The Tribal Hunter is a skilled, wise and noble tracker who is at one with the wilderness. He lives off the land, his only possessions a hand-made bow and quiver (though some say he also has an MP3 player hidden somewhere, and that he’s secretly a great dancer). There is no better hunter alive, but he does not hunt to eat–instead, he prefers to prove his skill in a most unusual way.
If an animal is famous for being difficult to sneak up on, you can bet that the Tribal Hunter can be found creeping silently toward it, his bare feet making not a sound on the dry autumn leaves, until he suddenly jumps out to surprise the unsuspecting creature with a friendly poke. Fortunately, he is also a very fast runner, because most of the time he ends up getting chased by something with very big teeth and a very short temper. But that’s all just part of being the best hunter around!
But don't worry all you helicopter parents concerned about the amount of violence to which your child is exposed! This "hunter" doesn't hunt/kill to eat animals (god forbid). He tickles them. If that isn't infantilizing Natives, I don't know what is. I just picture this clown-like Indian jumping out of the bushes with a lopsided grin and poking a buffalo with a maniacal laugh.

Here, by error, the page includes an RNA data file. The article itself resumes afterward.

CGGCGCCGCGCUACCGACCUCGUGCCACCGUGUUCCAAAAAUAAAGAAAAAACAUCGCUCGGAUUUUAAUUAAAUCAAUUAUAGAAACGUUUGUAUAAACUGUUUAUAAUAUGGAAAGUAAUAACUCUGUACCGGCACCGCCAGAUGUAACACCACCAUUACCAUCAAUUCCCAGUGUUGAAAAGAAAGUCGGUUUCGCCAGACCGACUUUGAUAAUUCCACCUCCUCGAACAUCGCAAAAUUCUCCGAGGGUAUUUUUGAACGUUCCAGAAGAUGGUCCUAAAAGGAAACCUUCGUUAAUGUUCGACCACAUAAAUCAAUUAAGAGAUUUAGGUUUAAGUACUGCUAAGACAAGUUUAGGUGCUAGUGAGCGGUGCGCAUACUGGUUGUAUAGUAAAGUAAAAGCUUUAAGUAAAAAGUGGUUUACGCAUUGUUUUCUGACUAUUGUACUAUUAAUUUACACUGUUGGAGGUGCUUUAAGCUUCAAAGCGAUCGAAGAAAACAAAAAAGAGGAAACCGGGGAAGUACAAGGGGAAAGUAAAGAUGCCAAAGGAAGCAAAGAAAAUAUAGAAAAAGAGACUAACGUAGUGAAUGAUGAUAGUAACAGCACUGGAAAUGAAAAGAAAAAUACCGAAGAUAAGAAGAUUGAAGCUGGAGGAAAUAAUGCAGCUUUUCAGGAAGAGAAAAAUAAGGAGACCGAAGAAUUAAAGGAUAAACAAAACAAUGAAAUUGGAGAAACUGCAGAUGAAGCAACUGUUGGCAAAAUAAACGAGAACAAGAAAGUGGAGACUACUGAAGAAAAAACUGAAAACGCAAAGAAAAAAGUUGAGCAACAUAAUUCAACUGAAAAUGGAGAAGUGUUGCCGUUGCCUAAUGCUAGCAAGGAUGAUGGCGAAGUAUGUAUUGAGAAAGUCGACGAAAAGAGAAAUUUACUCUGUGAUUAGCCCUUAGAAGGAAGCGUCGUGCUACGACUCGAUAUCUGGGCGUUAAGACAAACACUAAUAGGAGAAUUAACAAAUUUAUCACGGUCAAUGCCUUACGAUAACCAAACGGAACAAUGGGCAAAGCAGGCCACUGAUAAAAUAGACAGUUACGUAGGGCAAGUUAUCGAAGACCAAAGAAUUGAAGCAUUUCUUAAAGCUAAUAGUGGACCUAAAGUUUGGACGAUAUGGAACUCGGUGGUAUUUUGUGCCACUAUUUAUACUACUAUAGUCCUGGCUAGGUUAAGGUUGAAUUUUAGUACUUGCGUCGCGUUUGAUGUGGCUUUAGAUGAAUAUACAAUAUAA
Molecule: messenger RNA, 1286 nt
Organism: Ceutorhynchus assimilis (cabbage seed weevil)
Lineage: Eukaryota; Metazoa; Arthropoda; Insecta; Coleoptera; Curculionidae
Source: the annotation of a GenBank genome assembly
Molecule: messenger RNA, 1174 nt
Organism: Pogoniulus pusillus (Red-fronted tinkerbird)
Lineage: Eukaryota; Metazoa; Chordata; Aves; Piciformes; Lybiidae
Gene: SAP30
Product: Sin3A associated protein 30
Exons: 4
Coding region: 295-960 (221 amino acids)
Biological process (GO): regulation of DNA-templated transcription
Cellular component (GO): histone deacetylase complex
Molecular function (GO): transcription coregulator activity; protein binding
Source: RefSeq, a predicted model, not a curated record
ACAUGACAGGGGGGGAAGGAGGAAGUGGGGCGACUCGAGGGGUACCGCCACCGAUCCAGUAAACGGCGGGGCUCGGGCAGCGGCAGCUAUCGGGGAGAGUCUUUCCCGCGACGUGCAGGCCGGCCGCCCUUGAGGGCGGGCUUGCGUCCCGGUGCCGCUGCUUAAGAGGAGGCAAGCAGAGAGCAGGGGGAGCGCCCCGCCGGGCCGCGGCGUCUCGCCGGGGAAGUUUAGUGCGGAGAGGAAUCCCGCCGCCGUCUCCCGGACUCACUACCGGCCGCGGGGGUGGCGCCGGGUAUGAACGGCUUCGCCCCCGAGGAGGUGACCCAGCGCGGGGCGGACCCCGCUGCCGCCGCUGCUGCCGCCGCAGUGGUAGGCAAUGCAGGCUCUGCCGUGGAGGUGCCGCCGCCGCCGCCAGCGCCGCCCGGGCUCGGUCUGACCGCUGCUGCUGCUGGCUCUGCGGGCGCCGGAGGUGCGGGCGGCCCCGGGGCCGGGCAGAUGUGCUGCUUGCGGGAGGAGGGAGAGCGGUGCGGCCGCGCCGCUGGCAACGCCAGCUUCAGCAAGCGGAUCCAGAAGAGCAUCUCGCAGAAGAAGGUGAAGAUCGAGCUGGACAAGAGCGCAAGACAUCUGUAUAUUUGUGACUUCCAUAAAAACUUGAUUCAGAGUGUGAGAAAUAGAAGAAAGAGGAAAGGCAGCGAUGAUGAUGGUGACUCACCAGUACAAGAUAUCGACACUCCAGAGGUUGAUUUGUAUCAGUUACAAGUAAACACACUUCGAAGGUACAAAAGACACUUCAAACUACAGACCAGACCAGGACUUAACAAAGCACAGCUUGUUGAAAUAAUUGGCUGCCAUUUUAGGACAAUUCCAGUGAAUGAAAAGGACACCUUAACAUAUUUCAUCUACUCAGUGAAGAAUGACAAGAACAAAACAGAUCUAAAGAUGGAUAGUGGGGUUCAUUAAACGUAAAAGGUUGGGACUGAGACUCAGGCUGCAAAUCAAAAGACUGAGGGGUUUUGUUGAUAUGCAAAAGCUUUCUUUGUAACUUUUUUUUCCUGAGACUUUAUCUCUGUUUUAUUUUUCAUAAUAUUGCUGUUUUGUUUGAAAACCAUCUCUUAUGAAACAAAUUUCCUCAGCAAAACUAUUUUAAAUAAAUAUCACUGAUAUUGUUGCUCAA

If you go to the Lego page, you can see along the side the other "characters"--there are some occupations, like deep sea diver and nurse, but most are things like Ninja, Caveman, Robot, Zombie, etc. Just like I mentioned in my post about headdresses at Yale Class Day, Indians are placed as a fantasy character, pretend, not a real group of people.
But as I remind everyone, when you got that questionnaire from the government a few months ago, tell me, was there a box to check off with the word pirate next to it? How about ninja or cowboy?
Well, there is a box on the U.S. Census for American Indian. That's the difference!
Note also that he's wearing warpaint even though he's only hunting. It couldn't be clearer that people aren't trying to replicate or "honor" actual Native traditions. What they're doing is treating Indians as a collection of superficial costume elements--just like the circus clown.
Someone else makes another good point:
A "defense" of Lego
Correspondent Michael Cooke offered a predictable defense of Lego: that all the figures are stupid and stereotypical, so why single out the Indian?
You almost had me worried that you might have a valid point, Mike. But as usual, you don't.
All the characters are yellow-skinned, so there's no white guy or Mexican. The wrestler is specifically not labeled a Mexican or Latino, so you're flatly wrong there. The only figure that has a clear ethnic identity is the Tribal Hunter (Indian).
The Cowboy has a notable set of skills and the Spaceman has an array of high-tech equipment. In contrast, the Indian supposedly tickles his quarry into submission. In short, the only reason to comment on the other figures would be to emphasize how much more stereotypical the Indian is.
For more on Native-themed toys, see Mormon Action Figures and Indian Toys and Games. For more on Indians as fantasy figures, see Natives = "Pirates" and "Outlaws" and Indians, Smurfs, and Fairies.